In fact, even the optimistic US Congressional Budget Office predicts at best a long, slow recovery. As Michael Roberts describes:
It now expects US nominal GDP to fall 14.2% in the first half of 2020, from the trend it forecast in January before the COVID-19 pandemic broke. Then it expects the various fiscal and monetary injections by the authorities and the end of the lockdowns to reduce this loss from the January figure to 9.4% by end 2020. The CBO still expects a sort of V-shaped recovery in US GDP in 2021 but does not expect the pre-pandemic crisis trend in US economic growth (already reduced in the Long Depression since 2009) to be reached until 2029 and may not even return to the previous trend growth forecast until after 2030! So there will be a permanent loss of 5.3% in nominal GDP compared to pre-COVID forecasts – $16trn in value lost forever. In real GDP terms, the loss will be about 3% cumulatively, or $8trn in 2019 money. And this assumes no second wave in the pandemic and no financial collapse as companies go bust.
Depression level unemployment
Although President Trump has celebrated the May employment gains, the fact is we continue to suffer depression level unemployment. The following figure from the Washington Post provides some historical perspective. The current official unemployment rate of 13.3 percent is more than a third higher than the highest level of unemployment reached during the Great Recession.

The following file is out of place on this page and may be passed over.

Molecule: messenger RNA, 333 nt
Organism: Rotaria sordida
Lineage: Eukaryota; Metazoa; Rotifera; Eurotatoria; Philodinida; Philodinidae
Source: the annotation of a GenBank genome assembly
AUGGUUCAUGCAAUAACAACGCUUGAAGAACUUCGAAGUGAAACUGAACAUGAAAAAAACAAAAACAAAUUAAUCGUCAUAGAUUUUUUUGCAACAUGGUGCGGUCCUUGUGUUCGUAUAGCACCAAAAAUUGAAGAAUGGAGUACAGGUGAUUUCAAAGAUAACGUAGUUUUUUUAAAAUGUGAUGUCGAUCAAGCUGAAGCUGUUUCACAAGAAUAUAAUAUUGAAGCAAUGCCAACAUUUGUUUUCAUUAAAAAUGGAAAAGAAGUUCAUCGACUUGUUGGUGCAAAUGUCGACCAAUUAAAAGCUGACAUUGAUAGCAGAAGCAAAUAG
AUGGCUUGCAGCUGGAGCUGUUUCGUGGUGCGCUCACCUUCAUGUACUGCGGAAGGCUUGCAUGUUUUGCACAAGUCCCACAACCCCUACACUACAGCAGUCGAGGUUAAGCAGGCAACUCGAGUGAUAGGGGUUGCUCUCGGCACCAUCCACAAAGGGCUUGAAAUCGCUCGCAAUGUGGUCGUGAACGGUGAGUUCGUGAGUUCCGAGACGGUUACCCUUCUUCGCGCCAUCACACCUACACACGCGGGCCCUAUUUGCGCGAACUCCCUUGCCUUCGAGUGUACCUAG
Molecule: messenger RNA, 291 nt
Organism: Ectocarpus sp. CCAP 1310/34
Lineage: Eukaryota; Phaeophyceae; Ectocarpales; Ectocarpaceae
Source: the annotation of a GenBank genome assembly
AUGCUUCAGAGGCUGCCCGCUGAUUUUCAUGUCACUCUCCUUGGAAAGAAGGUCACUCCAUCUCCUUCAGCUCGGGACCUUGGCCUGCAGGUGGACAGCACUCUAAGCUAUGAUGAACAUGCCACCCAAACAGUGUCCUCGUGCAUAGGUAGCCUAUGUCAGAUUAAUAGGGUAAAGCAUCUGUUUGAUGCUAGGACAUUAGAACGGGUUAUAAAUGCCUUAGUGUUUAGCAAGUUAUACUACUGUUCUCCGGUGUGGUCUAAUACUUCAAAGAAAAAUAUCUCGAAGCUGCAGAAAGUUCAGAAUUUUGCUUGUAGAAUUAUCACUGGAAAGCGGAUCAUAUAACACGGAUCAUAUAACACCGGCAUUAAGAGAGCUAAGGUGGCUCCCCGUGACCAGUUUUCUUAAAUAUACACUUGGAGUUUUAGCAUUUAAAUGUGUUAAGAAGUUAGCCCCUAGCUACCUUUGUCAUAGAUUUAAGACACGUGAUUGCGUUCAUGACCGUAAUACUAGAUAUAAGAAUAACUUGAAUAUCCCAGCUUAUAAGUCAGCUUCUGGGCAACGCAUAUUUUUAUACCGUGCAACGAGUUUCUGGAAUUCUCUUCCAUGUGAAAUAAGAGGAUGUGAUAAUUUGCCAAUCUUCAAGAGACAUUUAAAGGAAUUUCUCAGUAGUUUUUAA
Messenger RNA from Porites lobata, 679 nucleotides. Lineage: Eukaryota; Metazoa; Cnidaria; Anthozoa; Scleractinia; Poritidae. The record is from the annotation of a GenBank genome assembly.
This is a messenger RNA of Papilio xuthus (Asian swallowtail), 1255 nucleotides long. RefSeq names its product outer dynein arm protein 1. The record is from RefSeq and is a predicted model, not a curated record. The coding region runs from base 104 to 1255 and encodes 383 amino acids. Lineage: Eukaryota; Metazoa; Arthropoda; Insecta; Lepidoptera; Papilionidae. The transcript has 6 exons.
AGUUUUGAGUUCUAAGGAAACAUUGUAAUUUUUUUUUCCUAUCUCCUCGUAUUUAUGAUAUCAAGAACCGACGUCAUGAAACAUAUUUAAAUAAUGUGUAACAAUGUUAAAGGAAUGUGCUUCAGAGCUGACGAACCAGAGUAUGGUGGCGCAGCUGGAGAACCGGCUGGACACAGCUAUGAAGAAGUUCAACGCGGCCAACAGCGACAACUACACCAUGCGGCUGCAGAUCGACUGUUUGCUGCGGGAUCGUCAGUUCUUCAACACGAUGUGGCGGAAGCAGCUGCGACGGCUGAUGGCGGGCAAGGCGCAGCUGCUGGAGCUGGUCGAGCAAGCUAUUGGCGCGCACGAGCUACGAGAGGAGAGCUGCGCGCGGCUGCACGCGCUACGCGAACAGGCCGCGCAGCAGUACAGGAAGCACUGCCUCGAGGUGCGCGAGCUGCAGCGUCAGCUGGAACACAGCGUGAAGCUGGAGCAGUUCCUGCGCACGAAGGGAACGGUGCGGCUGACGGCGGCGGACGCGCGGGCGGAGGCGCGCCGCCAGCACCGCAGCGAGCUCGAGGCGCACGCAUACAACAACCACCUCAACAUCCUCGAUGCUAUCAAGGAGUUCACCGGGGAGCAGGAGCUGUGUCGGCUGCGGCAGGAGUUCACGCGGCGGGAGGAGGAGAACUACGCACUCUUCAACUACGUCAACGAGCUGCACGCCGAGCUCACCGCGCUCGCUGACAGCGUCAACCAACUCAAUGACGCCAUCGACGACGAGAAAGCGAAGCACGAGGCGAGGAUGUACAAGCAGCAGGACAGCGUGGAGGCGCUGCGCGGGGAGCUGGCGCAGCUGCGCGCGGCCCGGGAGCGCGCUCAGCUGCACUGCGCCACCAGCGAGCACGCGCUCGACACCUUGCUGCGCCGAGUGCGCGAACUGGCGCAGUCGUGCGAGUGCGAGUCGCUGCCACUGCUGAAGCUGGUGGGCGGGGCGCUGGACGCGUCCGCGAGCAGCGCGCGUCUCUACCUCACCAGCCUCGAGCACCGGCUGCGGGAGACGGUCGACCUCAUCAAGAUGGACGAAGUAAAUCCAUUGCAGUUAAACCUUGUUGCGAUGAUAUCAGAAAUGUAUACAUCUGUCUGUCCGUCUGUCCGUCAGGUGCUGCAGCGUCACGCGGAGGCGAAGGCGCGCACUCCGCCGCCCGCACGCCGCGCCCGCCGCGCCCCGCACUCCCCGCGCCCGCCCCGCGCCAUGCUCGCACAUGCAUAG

But even the Bureau of Labor Statistics acknowledges that because of the unique nature of the current crisis the official announced unemployment rate for each of the last three months is flawed. The unemployment rate is based on household surveys. For the past three months, in an attempt to better understand the impact of the coronavirus, interviewers were supposed to classify people not working because of the virus as “unemployed on temporary layoff.” However, as the Bureau of Labor Statistics acknowledges, many of those people were incorrectly classified as “employed but absent at work,” which is the classification used when a person isn’t coming to work because of vacation, illness, bad weather, a labor dispute, or other reasons. People in this latter category are not counted as unemployed.